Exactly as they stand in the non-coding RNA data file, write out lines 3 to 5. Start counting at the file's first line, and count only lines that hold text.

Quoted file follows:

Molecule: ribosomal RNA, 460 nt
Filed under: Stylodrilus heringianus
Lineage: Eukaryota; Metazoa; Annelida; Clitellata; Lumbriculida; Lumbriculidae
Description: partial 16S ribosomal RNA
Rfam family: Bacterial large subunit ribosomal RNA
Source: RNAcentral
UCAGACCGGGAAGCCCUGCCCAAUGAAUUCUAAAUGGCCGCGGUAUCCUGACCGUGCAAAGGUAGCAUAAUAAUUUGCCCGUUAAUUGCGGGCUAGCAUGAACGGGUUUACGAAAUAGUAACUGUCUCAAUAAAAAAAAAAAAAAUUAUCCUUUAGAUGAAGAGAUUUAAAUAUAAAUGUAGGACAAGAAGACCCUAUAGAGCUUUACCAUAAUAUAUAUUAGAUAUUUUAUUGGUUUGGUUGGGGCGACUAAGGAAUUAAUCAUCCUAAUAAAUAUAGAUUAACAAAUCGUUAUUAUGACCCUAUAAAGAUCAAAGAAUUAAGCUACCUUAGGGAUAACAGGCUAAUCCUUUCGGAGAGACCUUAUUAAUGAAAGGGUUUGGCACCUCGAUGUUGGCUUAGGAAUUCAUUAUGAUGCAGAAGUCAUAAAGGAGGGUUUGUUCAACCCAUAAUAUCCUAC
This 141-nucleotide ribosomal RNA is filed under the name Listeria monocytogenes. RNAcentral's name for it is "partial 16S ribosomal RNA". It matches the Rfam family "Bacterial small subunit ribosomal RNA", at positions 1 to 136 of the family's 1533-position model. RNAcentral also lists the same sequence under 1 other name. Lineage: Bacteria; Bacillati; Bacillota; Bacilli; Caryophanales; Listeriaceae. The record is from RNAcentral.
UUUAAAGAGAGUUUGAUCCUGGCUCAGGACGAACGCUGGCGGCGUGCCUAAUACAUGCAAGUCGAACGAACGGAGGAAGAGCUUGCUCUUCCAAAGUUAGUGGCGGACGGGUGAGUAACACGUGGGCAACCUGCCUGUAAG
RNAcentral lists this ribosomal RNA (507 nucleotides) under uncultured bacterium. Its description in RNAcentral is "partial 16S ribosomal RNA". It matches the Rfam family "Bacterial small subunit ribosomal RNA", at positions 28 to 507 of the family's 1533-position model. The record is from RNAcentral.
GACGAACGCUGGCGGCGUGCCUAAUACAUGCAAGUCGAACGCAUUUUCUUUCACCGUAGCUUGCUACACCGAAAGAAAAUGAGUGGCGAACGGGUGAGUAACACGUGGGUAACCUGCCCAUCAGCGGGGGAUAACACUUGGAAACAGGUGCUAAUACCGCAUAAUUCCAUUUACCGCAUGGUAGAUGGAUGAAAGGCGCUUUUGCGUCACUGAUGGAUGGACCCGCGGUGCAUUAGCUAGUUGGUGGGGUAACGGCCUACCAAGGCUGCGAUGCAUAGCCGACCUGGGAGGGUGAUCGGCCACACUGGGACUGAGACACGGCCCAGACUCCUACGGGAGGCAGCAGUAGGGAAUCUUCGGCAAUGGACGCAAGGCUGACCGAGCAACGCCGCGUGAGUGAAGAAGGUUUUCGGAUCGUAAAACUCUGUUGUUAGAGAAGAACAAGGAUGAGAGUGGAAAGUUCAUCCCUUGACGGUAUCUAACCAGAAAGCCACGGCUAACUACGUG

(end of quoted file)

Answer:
Lineage: Eukaryota; Metazoa; Annelida; Clitellata; Lumbriculida; Lumbriculidae
Description: partial 16S ribosomal RNA
Rfam family: Bacterial large subunit ribosomal RNA